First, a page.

The bus came right away and we were making good time until we got just outside of Guadalajara proper. A heavy storm came through, streets were flooded, and traffic stopped. We were not going to make our reservation at Alcalde, especially since we both needed to shower before we went out to eat. We went to another restaurant that meli likes and where there is another owner who she knows - Pal Real. This restaurant came the closest to be a hipster restaurant. It started in a garage and then was built out. The floor is from MoMA.You are handed a book for the menu (in either Spanish or English). I had a Ni muy muy Ni tan tan white wine and tongue with corn flour dough in pesto, fresh cheese, and chichilo (the least known of the seven types of moles in Oaxaca). Despite the strength of the mole, you could still taste some of the earthiness of the tongue and they were a good pairing. I would say if you had never had tongue or even if you did not like it, that the mole would cover up the taste enough that you would not even know you what the protein was. Another excellent choice of restaurant.

Guadalajara-Pal Real-20180621-07608

Guadalajara-Pal Real-20180621-07609

We could not go to Alcalde on Saturday night because meli had planned for us to go to her friend Oscar’s restaurant. And we decided at the last minute to go to Puerto Vallarta on Friday and spend the night, so that meant there were other sites that I would be missing. Travel to other small towns and more exploration of the historic district in Guadalajara including the church and a folk art museum that meli had not been to yet.

Carene Lydia -- Wednesday, July 04, 2018 -- 06:39:29 AM -- 31 of 33
I will miss her immeasurably.

Guadalajara/Puerto Vallarta: Day Seven 22 June 2018

meli was able to find us a hotel on the beach at Puerto Vallarta. It is off-season but the price still was incredible – only MXN$100 for the night. meli made breakfast – quesadillas with squash blossoms.

On the way to the bus station we went down Avenida Chapultepec, where the Niños Héroes Monument to the six teenage military cadets who died defending Mexico City’s military academy from the US during the Mexican-American War. There are also statues of the cadets. Currently the monument is covered with the names of the 43 disappeared college students in 2014.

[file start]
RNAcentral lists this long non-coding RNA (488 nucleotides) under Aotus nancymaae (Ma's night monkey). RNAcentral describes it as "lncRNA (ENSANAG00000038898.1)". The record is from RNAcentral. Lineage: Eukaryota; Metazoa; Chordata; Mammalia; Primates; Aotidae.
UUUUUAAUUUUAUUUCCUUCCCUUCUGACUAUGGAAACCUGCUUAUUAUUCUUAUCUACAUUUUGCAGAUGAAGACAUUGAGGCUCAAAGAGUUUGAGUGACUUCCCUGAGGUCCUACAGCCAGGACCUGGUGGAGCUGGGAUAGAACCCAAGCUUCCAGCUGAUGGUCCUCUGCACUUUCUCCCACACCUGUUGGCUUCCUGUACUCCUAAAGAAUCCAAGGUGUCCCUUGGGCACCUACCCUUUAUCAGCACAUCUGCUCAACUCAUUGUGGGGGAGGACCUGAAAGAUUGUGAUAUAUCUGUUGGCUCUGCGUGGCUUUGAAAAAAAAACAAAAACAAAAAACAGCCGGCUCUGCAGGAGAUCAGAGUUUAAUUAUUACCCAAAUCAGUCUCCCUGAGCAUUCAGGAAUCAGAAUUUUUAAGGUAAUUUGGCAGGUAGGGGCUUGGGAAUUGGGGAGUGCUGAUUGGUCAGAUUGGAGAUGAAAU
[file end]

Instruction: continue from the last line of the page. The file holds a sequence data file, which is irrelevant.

Guadalajara-20180622-07616

We went to the new bus station for the five-hour bus ride through the mountains to the coast. The buses are better than first class on a plane. Lots of legroom, huge comfortable seats, and a TV to watch movies or listen to music. The buses were double-decker and our seats were on top for a great view. You get your choice of soda or water and a Krispy Kreme donut for the trip. On the return trip we got a sandwich. meli also brought cut up fresh pineapple and jicama and I brought the string cheese. Even though I did not get to go on a mezcal tour, I did see plenty of agave farms, especially when we got near Tequila. When the highway ends the bus either goes south to Puerto Vallarta or north to Mazatlán. Going southwest we were on small winding mountain roads that went through a few small towns. I saw a man wearing a straw hat and walking along a dirt road with his machete – a scene that would not be out of place in Puerto Rico. I also saw a big lumber truck on its side in a ditch off the side of the road – luckily the mountain side.

Guadalajara-Bus to Puerto Vallarta-20180622-07641

Guadalajara-Bus to Puerto Vallarta-20180622-07639

Guadalajara-Bus to Puerto Vallarta-20180622-07637

Guadalajara-Bus to Puerto Vallarta-20180622-07636

Guadalajara-Bus to Puerto Vallarta-20180622-07632

Guadalajara-Bus to Puerto Vallarta-20180622-07627

Guadalajara-Bus to Puerto Vallarta-20180622-07621

Guadalajara-Bus to Puerto Vallarta-20180622-07630